Ward Avenue. Later Ed was assigned to guard and then to escort "enemy aliens"
(Japanese) to the Immigration Station. The march almost killed him.
December 7: Ed reported to Brigadier General Kendall Fielder's
office at General Headquarters and volunteered his services for the war
effort. He was asked to write a humorous series of Laugh It Off columns
for the Honolulu Advertiser and joined the Business Mens' Training Corps
home guard. Ed was extremely proud of his new role of War Correspondent.
December 7: John
Carter of Mars illustrated by John
Coleman Burroughs appeared as a Sunday feature for United Feature Syndicate.
Wartime paper shortage forced its demise in the spring of 1943.
December 12: Ed and Hulbert were attached to G-I at Iolani Palace.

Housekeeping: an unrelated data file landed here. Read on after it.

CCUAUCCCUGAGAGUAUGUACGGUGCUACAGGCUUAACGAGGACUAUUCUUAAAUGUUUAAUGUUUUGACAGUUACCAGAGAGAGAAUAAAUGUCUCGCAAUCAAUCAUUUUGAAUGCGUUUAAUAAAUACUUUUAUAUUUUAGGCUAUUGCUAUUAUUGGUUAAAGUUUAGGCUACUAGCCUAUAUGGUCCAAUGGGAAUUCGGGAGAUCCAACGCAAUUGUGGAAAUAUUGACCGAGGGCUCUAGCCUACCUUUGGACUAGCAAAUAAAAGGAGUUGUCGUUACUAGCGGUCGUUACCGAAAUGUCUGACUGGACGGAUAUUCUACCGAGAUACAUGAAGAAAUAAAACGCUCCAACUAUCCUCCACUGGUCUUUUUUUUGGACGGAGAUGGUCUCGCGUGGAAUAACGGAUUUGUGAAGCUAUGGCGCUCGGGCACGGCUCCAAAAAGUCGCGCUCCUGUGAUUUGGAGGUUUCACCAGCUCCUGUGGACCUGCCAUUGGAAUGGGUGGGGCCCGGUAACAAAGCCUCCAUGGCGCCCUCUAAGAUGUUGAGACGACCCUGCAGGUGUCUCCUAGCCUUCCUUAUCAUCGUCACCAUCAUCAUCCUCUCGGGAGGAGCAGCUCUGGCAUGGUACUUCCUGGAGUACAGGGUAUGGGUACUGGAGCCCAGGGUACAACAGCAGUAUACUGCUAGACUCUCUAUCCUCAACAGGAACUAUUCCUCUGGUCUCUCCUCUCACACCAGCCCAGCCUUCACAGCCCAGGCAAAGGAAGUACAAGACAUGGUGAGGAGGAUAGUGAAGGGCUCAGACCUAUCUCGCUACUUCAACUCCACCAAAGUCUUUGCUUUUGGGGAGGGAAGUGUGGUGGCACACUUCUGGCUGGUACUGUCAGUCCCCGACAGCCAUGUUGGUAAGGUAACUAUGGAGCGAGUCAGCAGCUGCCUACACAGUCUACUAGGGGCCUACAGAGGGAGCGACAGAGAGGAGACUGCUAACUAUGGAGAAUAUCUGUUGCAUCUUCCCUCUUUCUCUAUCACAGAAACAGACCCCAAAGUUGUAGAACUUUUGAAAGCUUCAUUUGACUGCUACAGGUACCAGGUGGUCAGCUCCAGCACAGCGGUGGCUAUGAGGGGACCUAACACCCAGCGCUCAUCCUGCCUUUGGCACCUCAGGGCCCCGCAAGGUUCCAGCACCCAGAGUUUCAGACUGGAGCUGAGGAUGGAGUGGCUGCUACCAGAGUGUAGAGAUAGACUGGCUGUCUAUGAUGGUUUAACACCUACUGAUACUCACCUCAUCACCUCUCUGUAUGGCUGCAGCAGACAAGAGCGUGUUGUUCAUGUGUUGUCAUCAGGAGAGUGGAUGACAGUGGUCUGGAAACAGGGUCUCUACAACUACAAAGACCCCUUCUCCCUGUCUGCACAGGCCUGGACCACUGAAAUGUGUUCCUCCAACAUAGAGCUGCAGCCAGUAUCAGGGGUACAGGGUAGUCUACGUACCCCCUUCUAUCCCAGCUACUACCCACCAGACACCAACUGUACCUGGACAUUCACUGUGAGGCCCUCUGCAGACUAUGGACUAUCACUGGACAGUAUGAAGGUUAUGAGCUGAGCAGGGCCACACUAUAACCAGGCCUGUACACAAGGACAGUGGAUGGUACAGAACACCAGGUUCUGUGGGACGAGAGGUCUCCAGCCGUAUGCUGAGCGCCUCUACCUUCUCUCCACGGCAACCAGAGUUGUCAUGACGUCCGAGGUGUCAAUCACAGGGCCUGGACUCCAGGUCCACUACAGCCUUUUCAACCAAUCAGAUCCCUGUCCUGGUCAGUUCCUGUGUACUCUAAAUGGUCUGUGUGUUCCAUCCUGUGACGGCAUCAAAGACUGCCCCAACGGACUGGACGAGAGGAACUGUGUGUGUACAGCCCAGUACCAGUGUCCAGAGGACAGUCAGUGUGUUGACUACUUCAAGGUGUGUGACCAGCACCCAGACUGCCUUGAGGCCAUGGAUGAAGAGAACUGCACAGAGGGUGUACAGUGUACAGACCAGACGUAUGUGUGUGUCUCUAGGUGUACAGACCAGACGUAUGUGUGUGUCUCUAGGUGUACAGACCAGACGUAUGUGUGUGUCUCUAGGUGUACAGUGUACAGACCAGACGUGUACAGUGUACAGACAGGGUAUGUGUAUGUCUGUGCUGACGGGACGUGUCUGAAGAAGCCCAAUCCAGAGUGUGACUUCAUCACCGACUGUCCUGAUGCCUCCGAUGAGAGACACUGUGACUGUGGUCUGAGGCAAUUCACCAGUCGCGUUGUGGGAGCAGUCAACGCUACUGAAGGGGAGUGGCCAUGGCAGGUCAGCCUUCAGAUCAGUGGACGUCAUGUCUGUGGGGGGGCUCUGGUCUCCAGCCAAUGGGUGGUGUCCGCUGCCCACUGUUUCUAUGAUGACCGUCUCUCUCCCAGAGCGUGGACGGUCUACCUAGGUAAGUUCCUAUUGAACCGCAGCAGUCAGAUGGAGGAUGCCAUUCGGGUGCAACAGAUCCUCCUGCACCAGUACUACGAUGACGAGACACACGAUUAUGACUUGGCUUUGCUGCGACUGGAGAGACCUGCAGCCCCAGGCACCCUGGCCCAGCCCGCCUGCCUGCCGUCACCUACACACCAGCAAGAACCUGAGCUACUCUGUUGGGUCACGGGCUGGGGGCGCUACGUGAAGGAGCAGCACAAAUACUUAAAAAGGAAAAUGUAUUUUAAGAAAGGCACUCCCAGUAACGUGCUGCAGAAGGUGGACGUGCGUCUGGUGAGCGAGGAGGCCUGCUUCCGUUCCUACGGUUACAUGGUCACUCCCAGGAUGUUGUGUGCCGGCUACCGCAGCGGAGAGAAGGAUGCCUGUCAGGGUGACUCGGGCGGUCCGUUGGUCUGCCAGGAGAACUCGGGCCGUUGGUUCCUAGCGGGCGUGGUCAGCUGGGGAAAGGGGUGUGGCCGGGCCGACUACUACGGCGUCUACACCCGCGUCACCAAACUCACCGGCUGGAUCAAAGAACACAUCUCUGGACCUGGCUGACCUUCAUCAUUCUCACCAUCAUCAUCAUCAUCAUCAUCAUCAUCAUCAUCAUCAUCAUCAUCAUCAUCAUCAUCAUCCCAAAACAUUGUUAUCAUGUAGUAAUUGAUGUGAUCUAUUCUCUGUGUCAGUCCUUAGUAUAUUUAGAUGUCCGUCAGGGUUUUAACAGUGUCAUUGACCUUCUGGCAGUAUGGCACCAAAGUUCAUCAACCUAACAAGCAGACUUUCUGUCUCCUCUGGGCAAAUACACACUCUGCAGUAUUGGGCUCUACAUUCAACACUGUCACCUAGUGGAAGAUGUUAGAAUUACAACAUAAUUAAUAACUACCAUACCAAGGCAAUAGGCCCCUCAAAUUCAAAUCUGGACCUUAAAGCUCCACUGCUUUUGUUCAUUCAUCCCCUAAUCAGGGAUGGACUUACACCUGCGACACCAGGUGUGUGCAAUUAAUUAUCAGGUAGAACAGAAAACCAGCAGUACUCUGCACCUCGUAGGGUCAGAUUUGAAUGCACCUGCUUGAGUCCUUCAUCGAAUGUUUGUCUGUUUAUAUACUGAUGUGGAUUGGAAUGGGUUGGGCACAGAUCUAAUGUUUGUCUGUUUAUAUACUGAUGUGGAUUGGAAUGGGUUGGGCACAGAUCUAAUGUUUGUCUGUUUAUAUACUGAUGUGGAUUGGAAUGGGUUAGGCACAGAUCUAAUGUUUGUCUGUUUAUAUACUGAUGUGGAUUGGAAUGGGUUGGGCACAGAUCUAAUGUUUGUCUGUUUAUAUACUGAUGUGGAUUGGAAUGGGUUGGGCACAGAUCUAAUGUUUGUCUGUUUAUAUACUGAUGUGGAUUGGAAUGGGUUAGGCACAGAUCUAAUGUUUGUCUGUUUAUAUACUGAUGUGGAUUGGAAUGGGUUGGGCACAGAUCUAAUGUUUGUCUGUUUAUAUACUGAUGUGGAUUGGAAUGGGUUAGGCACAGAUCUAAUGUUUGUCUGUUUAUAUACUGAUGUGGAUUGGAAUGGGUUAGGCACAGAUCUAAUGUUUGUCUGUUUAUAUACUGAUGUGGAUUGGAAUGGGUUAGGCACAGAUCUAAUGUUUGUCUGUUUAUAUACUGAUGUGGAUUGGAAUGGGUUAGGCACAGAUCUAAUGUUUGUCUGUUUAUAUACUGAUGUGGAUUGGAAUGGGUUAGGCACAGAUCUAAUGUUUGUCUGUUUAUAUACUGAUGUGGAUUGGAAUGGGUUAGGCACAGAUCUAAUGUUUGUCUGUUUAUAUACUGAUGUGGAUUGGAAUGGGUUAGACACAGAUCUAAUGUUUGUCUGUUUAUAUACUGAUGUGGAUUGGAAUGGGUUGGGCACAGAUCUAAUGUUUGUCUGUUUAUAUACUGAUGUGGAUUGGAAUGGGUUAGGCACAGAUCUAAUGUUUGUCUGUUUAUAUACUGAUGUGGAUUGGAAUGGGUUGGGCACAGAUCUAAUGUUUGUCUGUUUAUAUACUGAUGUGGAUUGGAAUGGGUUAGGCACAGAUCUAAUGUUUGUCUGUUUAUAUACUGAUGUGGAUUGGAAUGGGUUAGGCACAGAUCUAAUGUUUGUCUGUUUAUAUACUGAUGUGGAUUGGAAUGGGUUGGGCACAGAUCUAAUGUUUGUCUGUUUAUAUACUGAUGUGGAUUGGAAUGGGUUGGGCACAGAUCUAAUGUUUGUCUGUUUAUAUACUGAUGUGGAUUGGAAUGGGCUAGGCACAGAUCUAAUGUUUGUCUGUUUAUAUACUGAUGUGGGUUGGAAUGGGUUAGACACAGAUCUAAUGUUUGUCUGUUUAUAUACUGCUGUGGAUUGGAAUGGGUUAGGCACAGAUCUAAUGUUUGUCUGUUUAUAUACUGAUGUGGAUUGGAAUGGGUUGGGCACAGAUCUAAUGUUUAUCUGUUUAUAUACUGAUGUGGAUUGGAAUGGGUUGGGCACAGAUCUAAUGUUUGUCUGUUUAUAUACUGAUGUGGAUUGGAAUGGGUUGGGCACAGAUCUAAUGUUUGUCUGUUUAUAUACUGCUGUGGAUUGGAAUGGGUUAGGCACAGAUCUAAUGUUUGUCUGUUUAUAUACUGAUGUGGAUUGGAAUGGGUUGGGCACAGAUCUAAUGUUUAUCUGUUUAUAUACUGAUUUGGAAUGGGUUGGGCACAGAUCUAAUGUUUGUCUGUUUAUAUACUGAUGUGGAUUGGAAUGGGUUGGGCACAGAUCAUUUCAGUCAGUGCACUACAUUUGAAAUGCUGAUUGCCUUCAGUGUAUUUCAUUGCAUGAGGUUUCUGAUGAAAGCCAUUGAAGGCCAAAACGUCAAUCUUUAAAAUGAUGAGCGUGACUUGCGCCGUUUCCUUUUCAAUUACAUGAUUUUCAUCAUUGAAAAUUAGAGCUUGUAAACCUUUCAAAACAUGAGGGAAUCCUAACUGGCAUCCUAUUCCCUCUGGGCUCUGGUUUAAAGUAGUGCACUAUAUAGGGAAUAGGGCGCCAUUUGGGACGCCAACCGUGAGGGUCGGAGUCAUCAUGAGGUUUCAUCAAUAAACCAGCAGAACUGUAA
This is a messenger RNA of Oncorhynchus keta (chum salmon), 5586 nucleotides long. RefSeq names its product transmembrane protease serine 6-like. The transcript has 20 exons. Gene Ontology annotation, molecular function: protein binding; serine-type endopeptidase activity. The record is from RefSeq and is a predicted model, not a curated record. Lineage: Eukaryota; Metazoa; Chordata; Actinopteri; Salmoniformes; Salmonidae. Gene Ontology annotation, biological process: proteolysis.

They were serving as chauffeurs, because they each had a car -- Ed's and
one borrowed from Cecile Bumside whose husband commanded a sub at Manila.
They worked from 8-4 and ate dinner at the hotel at 4:30. Early dinner
was the result of island blackout.
December 23: Hulbert expressed his pride in his father in a letter
December 24: Hulbert asked Rothmund to tried to persuade
ERB to return to the mainland as he was reluctant to enlist until his father
December?: In the 2,800-word article "Came the War"
Ed described his and Hulbert's activities during and after the Japanese
Updates will be added to this timeline as more dates become available.
An abbreviated timeline for 1040-1945 and the complete
timeline for 1946-1950
are featured in the ERB Online Timeline Bio